Collaboration subsystem 240 provides various user functions that allow students to work together. As detailed below, for example, users can share their annotations and notes with their study group, their class section, their entire class, or other users worldwide of the electronic textbook. Further, collaboration subsystem 240 includes social network facilities to permit students to undertake study sessions with audio and visual chat, to ask and answer questions, and to submit questions to professors or teaching assistants.

Ordering subsystem 250 represents tools that allow students to obtain electronic textbooks and related materials. In one embodiment, ordering subsystem 250 is implemented as an electronic marketplace (e.g., the DROID™ marketplace implemented on the ANDROID™ operating system for smart phones and tablet computers). Third parties offer electronic textbooks and related materials such as study guides, problem sets, updates, workbooks, and the like. Some of these materials are available for purchase; others are free. In some embodiments, provision via other mechanisms (e.g., subscription, barter, “pay-per-view”) is supported, as may be desired by any subset of a student community or content provider group.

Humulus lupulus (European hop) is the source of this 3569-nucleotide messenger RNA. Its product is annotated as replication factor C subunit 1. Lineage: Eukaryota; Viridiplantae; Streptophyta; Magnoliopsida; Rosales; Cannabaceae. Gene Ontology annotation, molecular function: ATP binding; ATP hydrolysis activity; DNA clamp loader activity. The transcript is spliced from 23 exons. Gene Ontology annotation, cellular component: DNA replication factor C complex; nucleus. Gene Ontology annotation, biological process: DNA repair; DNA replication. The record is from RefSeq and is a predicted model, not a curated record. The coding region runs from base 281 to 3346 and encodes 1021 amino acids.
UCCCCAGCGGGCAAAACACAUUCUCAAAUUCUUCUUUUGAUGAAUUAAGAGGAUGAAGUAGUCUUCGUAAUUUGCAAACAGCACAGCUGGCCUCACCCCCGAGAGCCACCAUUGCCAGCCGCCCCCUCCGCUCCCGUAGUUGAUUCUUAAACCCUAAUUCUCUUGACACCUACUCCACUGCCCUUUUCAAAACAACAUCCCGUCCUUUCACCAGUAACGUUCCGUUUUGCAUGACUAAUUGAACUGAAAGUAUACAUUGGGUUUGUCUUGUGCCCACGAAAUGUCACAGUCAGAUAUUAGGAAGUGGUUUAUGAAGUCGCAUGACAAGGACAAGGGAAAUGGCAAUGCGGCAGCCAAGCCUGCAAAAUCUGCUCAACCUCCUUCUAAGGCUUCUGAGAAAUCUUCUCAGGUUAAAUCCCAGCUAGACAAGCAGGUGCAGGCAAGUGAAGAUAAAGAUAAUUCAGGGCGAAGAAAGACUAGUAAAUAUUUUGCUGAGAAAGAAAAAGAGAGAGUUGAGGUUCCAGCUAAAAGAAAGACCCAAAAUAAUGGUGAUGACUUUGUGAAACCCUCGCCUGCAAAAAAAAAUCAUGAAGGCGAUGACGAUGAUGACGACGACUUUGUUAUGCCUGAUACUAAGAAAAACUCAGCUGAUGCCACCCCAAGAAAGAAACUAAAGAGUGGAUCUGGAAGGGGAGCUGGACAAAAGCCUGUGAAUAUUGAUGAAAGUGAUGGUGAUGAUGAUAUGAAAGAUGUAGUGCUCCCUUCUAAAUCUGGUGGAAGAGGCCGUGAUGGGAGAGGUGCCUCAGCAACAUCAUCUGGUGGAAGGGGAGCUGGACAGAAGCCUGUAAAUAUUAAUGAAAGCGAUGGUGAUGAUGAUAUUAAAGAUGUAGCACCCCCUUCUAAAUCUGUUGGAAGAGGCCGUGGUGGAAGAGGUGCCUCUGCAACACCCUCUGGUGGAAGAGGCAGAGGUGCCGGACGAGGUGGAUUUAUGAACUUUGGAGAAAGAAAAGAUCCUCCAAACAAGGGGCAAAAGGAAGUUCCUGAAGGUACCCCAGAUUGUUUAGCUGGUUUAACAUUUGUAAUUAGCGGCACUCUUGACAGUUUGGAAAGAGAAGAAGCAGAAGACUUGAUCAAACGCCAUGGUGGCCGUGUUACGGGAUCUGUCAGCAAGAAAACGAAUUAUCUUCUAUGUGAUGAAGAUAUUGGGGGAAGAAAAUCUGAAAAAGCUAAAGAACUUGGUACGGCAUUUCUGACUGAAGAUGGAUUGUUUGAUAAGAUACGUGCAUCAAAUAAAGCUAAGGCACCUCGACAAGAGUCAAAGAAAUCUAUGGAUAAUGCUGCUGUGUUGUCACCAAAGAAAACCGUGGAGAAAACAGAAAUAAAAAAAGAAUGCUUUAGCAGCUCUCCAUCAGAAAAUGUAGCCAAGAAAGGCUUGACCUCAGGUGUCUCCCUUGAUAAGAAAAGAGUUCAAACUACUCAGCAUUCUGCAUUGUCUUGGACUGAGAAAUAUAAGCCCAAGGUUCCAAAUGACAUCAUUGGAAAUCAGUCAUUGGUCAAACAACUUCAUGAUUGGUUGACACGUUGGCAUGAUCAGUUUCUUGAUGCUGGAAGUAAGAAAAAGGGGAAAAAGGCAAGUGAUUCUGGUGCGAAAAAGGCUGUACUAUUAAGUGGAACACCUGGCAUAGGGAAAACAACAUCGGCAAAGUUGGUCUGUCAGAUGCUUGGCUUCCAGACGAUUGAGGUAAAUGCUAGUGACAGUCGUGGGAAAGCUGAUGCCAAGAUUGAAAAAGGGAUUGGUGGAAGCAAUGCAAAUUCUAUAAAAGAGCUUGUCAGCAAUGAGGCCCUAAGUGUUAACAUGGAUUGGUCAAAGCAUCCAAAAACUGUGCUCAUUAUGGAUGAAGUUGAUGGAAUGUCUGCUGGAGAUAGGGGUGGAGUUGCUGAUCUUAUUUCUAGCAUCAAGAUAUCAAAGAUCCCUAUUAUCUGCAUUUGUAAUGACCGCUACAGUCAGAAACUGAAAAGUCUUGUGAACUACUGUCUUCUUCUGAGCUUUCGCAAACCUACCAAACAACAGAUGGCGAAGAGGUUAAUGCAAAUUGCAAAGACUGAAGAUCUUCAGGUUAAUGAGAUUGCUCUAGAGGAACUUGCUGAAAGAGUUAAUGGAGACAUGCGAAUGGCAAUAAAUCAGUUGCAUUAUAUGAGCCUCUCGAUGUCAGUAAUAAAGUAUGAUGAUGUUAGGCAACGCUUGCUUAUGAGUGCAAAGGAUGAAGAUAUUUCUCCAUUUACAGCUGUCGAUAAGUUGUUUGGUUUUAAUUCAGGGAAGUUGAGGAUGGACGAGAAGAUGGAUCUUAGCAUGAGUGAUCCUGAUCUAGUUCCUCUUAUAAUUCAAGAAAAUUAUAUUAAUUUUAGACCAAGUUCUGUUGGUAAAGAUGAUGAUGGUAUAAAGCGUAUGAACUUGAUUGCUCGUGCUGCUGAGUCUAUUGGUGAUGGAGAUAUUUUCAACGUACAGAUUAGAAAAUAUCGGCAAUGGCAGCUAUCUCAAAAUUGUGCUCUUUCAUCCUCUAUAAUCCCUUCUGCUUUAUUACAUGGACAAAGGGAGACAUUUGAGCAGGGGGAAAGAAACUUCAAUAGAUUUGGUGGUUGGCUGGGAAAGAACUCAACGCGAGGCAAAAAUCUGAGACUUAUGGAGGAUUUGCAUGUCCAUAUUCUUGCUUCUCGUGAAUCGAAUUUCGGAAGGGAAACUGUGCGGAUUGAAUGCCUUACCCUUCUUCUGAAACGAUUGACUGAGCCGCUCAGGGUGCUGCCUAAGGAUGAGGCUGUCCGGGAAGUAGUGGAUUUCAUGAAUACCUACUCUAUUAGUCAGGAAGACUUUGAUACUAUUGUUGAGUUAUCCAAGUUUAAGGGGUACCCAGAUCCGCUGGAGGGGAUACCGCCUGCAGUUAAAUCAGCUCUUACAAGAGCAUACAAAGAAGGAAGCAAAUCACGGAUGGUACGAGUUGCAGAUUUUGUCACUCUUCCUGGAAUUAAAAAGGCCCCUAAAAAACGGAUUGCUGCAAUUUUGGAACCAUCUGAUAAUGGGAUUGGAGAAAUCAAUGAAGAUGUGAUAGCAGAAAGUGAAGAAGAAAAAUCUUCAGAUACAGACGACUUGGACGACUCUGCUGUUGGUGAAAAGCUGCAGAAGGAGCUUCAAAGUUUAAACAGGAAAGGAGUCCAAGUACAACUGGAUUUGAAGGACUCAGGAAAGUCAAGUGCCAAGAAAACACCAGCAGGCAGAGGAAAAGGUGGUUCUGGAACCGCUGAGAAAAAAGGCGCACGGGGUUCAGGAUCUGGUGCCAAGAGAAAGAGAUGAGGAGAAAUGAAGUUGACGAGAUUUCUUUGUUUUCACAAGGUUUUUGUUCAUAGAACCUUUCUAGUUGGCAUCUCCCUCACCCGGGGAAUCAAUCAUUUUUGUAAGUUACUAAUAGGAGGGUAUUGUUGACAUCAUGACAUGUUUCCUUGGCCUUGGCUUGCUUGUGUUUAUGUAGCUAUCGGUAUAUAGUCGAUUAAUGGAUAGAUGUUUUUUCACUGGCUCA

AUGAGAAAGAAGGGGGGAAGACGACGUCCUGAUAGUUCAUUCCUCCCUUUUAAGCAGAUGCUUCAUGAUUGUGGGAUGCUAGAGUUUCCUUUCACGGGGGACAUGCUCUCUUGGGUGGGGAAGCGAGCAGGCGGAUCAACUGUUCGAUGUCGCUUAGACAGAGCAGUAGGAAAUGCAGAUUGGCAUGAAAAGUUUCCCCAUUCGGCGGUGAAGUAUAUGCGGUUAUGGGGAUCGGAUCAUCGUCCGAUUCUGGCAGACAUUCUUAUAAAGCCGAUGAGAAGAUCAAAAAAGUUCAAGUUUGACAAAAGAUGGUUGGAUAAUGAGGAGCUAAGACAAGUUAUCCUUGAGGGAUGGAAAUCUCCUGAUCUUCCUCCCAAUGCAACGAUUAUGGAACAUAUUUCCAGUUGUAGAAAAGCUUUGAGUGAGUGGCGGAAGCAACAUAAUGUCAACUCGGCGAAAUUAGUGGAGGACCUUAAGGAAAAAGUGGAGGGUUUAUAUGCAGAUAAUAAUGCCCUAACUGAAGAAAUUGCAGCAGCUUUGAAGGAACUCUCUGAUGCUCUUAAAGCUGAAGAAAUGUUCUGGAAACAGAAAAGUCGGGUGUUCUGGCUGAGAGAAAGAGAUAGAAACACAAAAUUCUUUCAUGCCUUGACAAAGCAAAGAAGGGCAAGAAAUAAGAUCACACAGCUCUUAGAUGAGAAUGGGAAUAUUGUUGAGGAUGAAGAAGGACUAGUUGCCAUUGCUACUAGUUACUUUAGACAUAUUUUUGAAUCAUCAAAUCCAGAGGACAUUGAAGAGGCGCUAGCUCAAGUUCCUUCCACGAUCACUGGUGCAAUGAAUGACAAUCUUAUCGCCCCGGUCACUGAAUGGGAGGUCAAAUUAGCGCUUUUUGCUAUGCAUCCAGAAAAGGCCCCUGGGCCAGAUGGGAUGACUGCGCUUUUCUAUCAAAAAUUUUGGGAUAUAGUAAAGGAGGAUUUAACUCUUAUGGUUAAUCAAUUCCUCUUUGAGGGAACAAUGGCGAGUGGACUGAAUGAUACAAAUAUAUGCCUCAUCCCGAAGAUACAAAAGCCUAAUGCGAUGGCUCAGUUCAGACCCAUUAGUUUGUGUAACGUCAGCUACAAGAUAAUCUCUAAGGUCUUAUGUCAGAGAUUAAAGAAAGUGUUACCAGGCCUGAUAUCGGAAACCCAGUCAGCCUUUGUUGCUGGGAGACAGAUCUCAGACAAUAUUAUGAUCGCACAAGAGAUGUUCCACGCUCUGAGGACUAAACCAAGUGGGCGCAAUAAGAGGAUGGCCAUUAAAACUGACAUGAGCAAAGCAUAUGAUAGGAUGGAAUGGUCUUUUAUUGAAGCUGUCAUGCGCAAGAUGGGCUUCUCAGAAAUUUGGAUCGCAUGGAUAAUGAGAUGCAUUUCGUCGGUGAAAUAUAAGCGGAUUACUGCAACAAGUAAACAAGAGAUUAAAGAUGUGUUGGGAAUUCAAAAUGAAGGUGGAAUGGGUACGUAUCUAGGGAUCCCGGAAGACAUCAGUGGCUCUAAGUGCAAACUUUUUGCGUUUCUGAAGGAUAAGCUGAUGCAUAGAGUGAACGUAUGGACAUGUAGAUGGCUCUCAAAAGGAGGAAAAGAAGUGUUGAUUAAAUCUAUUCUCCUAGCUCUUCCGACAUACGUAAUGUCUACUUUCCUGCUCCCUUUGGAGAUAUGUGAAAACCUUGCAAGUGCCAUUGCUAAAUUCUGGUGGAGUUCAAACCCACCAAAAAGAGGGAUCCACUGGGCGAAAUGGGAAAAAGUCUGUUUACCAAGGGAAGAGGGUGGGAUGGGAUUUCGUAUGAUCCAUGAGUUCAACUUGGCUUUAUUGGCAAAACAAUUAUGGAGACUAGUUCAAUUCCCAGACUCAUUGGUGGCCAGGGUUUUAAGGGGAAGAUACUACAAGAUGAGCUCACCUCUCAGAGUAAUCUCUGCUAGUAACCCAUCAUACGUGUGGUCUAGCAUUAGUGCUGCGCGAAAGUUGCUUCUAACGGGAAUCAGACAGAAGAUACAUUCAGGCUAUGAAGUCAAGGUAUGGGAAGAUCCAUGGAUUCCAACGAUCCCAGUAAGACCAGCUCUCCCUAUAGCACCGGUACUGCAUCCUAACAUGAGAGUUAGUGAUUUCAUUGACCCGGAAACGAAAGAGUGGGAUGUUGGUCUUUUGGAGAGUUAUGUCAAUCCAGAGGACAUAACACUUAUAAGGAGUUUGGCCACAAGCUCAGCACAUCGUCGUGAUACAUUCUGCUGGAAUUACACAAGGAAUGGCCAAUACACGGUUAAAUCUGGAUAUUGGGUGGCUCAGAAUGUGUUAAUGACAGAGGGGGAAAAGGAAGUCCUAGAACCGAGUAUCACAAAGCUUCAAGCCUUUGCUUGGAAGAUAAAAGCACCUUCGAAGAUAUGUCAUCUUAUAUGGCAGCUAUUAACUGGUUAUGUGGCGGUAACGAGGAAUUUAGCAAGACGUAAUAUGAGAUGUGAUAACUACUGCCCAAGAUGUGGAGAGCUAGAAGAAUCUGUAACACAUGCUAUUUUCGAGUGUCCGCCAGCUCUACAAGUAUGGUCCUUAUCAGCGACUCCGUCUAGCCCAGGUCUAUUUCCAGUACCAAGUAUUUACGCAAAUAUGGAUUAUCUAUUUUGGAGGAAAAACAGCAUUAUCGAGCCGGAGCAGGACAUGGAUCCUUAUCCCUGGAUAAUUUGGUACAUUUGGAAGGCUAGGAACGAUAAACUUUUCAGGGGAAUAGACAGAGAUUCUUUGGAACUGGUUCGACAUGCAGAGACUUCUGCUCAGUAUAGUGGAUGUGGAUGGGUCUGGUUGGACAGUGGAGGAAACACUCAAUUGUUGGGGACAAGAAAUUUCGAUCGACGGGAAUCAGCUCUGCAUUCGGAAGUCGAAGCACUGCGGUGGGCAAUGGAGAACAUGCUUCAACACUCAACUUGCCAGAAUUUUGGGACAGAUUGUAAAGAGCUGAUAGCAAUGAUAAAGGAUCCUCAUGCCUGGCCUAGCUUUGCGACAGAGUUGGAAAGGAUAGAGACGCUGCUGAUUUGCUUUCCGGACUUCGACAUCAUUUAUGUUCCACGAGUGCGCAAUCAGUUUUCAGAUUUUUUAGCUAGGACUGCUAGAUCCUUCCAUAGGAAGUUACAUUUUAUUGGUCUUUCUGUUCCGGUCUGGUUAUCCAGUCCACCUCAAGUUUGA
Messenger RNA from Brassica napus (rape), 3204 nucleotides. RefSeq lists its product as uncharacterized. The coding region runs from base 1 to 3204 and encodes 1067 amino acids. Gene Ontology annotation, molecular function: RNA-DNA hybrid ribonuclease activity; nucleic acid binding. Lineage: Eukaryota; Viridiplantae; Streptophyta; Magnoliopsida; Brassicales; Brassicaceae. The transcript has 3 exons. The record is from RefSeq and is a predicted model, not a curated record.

Input recognition subsystem 260 provides user interface tools to facilitate use of electronic textbooks and related features. For instance, by sensing particular gestures on a touch screen of user computer 180A as discussed in detail below, the system temporarily shifts display of a textbook from a current page to a new section, while keeping track of the section of primary interest. Thus, a student working on a problem set section of the textbook can quickly look back at the text of the chapter, or a student reading a section for the first time can quickly jump to a glossary section of the textbook for a definition of an unfamiliar term or concept.

Reader module 181 is configured to permit user-selected applications to run to enhance a student's ability to work with an electronic textbook. For example, a student may purchase an application that provides study questions on a per-chapter basis for textbooks that do not include such questions. In addition, reader module 181 includes a daemon subsystem 270 to provide additional add-on features without the user launching a visible application for such features.

Further detail regarding reader module 181 and various subsystems thereof is provided below in connection with discussion of FIGS. 4-6.